The distance between the Ronald Reagan Presidential Library and the Empire Polo Club is some 175 miles. And as most celebrities descended upon Indio, Ca., for Coachella last weekend so they could act like all kinds of fools, one was different. Instead of watching Pharrell perform the definitive popular music medley, SI swimsmoke/goddess Genevieve Morton spent her Saturday three hours away at a certain RWR’s library.Read More
Two items caught my attention yesterday. They are seemingly unrelated. But they both signify a serious sickness in the heart of our society.
The first item was published at Business Insider. One of its writers, you see, had been assaulted and had his property destroyed. His crime? Wearing Google Glass in “the wrong part of San Francisco.” While he was first upset at the action—these are, after all, expensive pieces of technology—he soon came to understand that he had it coming. He was wearing the wrong item of clothing in the wrong part of town, so he deserved to get
raped assaulted. Here’s Kyle Russell, explaining in his own words why victim-blaming is totally cool on this issue:
While I may not be a resident of San Francisco — I live across the Bay in Berkeley, where rent is affordable — or a wealthy young software engineer, I’ve worked in the city for three years. I’d like to live and work in or near San Francisco for the foreseeable future.
Unfortunately, anything associated with Google has come to represent gentrification in the city, from the buses that take young software engineers to their corporate campuses in Silicon Valley to Google Glass. This is especially true in areas where gentrification and income inequality have become points of conflict in the community.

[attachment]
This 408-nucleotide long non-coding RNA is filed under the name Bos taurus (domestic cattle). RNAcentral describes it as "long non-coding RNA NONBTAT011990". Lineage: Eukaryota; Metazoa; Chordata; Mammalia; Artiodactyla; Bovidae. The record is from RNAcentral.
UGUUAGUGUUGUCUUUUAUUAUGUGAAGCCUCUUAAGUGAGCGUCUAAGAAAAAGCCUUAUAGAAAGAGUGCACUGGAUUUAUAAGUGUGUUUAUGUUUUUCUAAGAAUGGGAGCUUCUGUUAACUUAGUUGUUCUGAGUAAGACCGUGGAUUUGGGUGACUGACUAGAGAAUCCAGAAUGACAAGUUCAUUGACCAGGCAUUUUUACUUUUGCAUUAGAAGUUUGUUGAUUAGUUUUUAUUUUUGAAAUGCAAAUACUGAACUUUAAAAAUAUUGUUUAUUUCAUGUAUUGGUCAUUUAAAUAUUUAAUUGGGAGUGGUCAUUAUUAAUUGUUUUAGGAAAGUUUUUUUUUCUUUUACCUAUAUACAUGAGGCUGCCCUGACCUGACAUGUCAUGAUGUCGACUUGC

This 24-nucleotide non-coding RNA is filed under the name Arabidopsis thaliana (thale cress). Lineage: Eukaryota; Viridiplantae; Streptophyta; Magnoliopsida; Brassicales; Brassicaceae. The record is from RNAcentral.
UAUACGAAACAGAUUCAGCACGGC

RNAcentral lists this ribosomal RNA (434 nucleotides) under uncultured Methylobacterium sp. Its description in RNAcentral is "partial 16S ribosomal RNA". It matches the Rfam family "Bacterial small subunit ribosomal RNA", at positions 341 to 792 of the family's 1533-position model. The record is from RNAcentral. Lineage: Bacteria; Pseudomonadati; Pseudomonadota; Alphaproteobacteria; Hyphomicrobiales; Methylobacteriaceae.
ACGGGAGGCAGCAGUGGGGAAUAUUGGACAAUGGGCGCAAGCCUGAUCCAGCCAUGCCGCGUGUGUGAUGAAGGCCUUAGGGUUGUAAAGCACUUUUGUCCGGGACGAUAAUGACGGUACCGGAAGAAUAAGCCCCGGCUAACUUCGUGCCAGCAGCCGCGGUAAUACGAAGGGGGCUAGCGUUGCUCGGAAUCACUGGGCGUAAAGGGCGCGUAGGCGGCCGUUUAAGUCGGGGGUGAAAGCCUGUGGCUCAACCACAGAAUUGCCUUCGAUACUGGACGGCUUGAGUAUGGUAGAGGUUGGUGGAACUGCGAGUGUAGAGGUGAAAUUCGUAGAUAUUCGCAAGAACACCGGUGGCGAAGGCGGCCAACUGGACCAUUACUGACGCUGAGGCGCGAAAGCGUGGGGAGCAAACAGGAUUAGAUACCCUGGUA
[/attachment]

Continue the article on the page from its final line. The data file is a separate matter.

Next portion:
People are being evicted or priced out of their homes. What’s the difference between losing your home and having property destroyed?
Well, there’s a pretty huge difference, involving natural rights related to one’s ownership of property and the legal system’s treatment of renters vs. owners and the fact that no one has the right to physically assault you on the streets of a major American city because he may or may not believe in some vague ideology that permits such action.
But hey! “Gentrification” and “income inequality” and other buzzwords! Those totally trump our society’s interest in upholding little things like “property rights” or “ensuring that citizens aren’t subjected to random violence by street rats.”
The second item was a write up of the latest episode of HBO’s Game of Thrones. (Spoilers ahead for the entirety of the series up to the second episode of the fourth season.)Read More
One the 1990’s most treasured of relics were Adam Sandler’s periodical Hanukah songs, the ode to Jewish children felt left out at Christmas where Sandler would comfort them with the definitive “who’s who” of the tribe that celebrated “eight crazy nights” that included both the captains of the Enterprise and the Millennium Falcon. If Sandler ever feels motivated to ever become creative again, he’d do himself a favor and add the former French first family. Namely Carla Bruni.Read More
Democratic Senate hopeful Alison Lundergan Grimes has sought to distance herself from the Obama administration’s War on Coal in her race to unseat Senate Minority Leader Mitch McConnell (R) in coal-friendly Kentucky.
“I disagree with the president and his philosophies in terms of coal,” Grimes has said. “I stand by the 15,000 men and women who are employed here in the state of Kentucky.”
It’s a prudent political move, but does Grimes really mean it? Or is she just saying that to get elected? In any event, Grimes is likely to discuss the issue in more candid fashion at an April 30 fundraiser at the Washington, D.C., home of anti-coal Representative Patrick Murphy (D., Fla.).Read More